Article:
If you're growing holly primarily for decking the halls at Christmastime, the American holly (Ilex opaca) is often the tree of choice. American holly, a tree, grows best in U.S. Department of Agriculture plant hardiness zones 5 through 9. For a more shrubby holly that grows in the same USDA zones, opt for a hybrid, such as blue holly (Ilex x meserveae, USDA zones 4-7), which is also evergreen. Another option in this genus that also boasts beautiful red berries is the winterberry shrub (Ilex verticillata, USDA zones 3-9).
Check with your local nurseries to decide which species is best for your landscape. These trees and shrubs are a beautiful addition to your outdoor winter landscape, and the holly and winterberry stems and sprigs are perfect for making your Christmas decorations brighten up the holiday season.
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To keep the holiday spirit alive, prepare your harvested branches before any DIY crafting or holiday decorating. Holly keeps its fresh look best with either air-drying, spraying or glycerin preservation.
Bountiful red berries
Hollies prefer full sun to partial shade and acidic soil with a low pH, which should be kept consistently moist but not waterlogged. If you live in USDA zones 8 through 9, plant the holly where it will get afternoon shade. If the plants fail to produce berries, plant more male holly bushes nearby—the berry-bearing females need male hollies to produce fruit.
A springtime pruning of each bush will produce more berries later in the season. To nourish hollies, spread 2 inches of compost under the shrubs every spring.
Harvest holly and winterberry branches
It's best to clip holly while temperatures are still above freezing. An overcast day with minimal wind makes an ideal harvesting day. Look for branches that are packed with ripe berries and glossy greenery. Winterberry is a deciduous shrub, so it will give you a different look with red berries on bare branches.
Avoid boughs in which either the berries or the leaves are discolored or damaged. Use properly sharpened shears that you've wiped with a cloth soaked in rubbing alcohol. Clean, sharp shears decrease the risk you'll spread disease or damage the hollies through poor pruning.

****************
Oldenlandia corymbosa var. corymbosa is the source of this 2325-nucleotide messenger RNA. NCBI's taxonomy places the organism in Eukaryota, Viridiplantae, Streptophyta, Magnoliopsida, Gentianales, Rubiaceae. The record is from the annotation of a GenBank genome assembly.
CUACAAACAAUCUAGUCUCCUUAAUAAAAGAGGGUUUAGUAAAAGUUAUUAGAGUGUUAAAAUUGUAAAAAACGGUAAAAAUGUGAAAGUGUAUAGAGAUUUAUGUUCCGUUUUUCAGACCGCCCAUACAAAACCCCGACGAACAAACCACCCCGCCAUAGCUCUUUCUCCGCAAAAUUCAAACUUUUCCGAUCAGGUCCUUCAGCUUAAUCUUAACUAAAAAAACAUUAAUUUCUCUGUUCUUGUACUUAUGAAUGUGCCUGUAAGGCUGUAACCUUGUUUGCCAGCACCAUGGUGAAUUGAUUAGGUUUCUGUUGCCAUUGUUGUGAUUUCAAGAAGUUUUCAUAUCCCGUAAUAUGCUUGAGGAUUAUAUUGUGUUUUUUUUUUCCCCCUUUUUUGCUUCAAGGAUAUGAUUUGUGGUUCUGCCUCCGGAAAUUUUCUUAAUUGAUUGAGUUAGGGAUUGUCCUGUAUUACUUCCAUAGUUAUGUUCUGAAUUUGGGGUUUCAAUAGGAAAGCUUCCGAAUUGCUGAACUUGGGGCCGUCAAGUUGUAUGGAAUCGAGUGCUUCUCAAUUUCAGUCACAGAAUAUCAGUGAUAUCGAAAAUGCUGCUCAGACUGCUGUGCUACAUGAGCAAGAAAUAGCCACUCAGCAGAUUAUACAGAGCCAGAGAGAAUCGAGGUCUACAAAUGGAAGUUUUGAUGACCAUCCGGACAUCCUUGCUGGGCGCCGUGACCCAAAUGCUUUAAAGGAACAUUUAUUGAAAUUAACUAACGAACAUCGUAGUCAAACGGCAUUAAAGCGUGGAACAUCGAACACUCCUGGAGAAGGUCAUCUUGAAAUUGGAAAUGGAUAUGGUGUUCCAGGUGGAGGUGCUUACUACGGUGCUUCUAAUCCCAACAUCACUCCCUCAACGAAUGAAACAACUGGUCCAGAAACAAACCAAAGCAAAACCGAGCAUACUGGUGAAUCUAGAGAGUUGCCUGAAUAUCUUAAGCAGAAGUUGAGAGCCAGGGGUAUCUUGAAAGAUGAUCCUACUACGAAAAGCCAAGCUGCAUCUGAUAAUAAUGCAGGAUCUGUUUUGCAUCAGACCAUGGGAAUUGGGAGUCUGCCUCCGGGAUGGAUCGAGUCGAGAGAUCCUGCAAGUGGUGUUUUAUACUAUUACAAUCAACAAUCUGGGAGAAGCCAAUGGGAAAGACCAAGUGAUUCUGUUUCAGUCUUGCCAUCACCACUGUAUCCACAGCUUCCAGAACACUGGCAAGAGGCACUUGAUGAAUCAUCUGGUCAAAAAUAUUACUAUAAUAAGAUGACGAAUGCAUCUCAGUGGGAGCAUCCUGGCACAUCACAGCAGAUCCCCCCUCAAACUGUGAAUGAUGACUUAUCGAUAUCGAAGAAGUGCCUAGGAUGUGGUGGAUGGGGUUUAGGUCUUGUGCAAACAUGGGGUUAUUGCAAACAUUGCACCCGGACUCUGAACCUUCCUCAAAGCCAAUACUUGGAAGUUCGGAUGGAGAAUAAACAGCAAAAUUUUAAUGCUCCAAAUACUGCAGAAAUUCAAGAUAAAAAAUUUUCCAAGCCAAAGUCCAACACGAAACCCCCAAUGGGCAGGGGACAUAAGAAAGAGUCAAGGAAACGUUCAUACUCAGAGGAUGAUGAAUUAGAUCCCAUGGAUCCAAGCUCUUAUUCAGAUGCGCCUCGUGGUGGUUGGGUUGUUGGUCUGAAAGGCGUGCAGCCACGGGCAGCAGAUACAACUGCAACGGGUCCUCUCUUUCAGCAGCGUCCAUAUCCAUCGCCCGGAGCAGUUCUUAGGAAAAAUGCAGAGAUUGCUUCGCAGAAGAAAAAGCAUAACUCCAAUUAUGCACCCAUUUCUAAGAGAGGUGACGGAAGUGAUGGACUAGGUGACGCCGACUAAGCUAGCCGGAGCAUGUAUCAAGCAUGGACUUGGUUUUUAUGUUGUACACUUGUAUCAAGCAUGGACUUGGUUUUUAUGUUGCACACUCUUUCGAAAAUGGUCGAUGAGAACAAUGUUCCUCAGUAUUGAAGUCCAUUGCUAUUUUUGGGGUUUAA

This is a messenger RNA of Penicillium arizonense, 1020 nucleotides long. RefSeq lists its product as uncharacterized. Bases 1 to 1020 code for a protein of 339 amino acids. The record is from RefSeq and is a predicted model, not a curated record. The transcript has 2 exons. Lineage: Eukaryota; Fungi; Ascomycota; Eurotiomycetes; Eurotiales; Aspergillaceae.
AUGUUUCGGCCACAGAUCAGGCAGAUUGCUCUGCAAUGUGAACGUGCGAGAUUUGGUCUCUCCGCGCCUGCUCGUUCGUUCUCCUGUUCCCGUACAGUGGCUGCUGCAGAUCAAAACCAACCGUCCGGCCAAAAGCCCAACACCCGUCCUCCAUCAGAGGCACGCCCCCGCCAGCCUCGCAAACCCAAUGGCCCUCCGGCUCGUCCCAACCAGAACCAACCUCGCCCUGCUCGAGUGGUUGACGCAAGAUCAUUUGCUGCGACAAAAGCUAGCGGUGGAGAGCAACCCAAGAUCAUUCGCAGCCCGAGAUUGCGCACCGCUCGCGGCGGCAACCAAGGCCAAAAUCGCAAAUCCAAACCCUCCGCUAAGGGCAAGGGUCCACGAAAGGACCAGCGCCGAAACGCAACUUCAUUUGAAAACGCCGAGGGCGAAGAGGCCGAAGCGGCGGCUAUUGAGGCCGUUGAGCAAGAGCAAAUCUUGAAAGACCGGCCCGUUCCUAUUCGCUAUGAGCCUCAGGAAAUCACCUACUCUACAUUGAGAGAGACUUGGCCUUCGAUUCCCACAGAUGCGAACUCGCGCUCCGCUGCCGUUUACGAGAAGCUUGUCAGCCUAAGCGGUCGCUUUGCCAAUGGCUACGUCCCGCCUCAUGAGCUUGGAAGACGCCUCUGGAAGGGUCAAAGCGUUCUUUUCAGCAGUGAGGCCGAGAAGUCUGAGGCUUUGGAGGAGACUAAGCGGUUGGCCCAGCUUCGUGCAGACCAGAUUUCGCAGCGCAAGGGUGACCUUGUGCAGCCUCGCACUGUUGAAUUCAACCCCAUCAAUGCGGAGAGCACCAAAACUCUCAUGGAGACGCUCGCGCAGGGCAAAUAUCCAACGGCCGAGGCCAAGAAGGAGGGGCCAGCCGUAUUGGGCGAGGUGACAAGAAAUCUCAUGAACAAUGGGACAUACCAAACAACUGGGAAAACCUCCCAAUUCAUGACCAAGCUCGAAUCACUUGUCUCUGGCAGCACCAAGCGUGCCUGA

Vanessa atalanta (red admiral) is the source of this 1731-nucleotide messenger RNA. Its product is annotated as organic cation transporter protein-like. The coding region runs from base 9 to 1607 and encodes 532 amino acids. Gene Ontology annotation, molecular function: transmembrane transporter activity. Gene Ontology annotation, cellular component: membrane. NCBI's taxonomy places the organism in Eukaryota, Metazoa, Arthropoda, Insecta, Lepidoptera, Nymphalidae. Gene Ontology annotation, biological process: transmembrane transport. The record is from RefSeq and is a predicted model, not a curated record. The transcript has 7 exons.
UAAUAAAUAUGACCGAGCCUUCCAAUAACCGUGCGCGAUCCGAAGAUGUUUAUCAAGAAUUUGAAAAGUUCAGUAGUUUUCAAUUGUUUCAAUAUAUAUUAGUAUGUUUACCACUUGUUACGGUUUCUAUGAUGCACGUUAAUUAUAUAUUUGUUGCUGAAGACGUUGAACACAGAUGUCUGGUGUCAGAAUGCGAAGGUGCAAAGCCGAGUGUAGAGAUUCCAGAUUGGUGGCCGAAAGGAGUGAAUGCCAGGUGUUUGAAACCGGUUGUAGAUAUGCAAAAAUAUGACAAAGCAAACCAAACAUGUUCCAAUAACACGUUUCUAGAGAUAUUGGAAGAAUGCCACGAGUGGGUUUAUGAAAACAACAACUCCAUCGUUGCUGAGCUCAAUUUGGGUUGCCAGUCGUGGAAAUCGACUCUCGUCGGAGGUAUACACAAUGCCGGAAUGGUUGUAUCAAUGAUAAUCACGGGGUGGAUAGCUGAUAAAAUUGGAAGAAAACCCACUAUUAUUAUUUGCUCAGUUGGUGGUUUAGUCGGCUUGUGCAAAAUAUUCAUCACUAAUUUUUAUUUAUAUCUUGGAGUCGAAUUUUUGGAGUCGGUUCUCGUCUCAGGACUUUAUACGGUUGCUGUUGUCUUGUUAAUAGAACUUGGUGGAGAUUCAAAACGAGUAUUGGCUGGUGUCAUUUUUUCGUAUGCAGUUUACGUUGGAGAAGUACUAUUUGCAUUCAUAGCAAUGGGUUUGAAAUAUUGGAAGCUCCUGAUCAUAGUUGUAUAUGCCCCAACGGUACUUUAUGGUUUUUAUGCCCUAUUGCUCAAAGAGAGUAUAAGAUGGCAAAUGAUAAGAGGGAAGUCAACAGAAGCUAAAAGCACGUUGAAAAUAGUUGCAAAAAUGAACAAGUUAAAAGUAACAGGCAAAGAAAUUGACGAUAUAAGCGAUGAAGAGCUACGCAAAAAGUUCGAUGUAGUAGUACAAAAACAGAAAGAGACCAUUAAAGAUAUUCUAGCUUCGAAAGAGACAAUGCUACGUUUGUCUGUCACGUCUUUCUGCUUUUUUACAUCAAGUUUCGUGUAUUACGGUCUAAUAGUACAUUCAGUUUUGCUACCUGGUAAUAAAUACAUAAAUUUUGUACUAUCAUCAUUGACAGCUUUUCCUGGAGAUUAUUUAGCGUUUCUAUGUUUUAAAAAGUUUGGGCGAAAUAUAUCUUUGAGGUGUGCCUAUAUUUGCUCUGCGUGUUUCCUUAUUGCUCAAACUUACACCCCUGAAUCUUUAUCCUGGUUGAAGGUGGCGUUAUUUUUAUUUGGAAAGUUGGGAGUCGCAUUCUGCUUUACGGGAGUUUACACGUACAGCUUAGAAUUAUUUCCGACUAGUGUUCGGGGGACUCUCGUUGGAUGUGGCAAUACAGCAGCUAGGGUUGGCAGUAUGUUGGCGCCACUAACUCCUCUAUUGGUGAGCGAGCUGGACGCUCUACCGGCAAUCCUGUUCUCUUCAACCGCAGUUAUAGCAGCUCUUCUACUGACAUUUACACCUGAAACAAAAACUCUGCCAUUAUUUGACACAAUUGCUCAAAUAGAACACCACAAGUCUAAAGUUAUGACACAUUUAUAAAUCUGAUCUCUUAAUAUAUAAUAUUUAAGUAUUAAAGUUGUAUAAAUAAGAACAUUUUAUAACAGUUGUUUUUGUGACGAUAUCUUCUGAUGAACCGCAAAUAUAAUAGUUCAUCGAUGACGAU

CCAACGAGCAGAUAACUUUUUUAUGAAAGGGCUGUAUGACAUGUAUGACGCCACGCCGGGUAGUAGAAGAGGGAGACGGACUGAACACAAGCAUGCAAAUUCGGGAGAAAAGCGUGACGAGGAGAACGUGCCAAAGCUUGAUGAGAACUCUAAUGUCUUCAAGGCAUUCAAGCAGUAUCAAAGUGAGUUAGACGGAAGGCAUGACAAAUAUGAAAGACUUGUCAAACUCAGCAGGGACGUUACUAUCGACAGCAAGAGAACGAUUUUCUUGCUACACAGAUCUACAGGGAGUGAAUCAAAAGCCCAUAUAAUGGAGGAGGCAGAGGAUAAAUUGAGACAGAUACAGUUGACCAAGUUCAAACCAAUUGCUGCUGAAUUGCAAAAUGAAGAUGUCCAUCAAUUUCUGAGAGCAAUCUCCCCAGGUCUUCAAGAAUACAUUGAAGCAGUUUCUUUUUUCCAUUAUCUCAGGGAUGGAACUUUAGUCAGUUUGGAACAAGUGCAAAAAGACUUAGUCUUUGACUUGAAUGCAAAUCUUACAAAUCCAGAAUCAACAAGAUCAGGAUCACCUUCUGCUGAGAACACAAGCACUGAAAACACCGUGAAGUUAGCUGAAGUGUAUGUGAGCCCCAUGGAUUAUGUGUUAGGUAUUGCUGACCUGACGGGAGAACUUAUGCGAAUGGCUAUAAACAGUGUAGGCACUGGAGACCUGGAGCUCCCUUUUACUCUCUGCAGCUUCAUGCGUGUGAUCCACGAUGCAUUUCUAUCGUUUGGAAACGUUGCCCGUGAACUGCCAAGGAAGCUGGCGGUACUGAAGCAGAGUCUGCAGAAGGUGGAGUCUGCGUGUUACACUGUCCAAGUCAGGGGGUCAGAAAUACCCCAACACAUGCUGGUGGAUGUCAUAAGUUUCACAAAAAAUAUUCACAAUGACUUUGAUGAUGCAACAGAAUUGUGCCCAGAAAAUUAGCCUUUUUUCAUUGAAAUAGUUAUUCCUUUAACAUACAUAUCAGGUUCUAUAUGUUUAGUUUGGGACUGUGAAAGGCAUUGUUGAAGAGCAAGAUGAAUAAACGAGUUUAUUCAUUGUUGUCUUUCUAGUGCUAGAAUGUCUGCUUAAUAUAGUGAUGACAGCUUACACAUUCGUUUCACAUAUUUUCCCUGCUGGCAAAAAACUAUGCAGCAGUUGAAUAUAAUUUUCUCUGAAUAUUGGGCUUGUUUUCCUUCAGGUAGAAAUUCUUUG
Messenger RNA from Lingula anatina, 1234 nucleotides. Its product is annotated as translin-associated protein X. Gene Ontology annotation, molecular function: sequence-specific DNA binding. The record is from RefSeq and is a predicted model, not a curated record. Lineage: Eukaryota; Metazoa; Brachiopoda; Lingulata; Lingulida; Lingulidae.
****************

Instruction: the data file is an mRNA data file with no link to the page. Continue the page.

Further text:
Methods for drying holly bushes
The trick to "drying" holly branches is to prevent them from looking dried out. You want a fresh look for your holly garlands, centerpieces and front-door wreaths.
For the most basic technique, use the air-drying method, which helps preserve the colors of holly's leaves and berries. The faster glycerin treatment will help the boughs remain colorful and pliable by quickly replacing plant sap with the glycerin preservative. If you're really in a rush, spritz on an anti-desiccant spray, which prevents premature moisture loss. This spray can also extend the life of a glycerin treatment.
Air drying holly and winterberry
To air dry holly, start by removing the leaves from the lower parts of each branch you've harvested. Prepare a bundle by loosely gathering as many holly branches as you can comfortably grasp with one hand. Twist ties, elastic bands or string work well to secure the branches at their pruned end. To provide them with a place to hang, use nails or hangers placed high up in a dark, draft-free room.
The proper way to hang holly is stem side up, with the branches hanging straight down. Dry the holly for about three weeks before using it for decoration.
Guard with glycerin
To do the glycerin treatment, stand the holly branches upright, in loose bundles, inside a large jar holding a few inches of glycerin solution, preferably after you've sliced into or crushed the lower 2 inches of each holly branch. To make the solution, mix 2 parts glycerin to 1 part boiling water, and mix it thoroughly.
Alternatively, soak whole holly branches in a long bin deep enough to submerge the boughs. After the branches have stood in the glycerin jars or laid in their bins for about three days, the last step is to air dry them upside down in a dark, draft-free room for a few days until they are completely dry.
Spray-on freshness for holly
Anti-desiccant sprays can be used on holly branches either alone or as a follow-up to glycerin treatment. Available at floral supply stores, anti-desiccant sprays reinforce holly leaves' natural waxiness. In turn, this waxy coating decreases the amount of moisture loss so that holly leaves and stems don't become crisp and brown before their time. Spray the branches thoroughly after either soaking them in plain water or in a glycerin and water solution.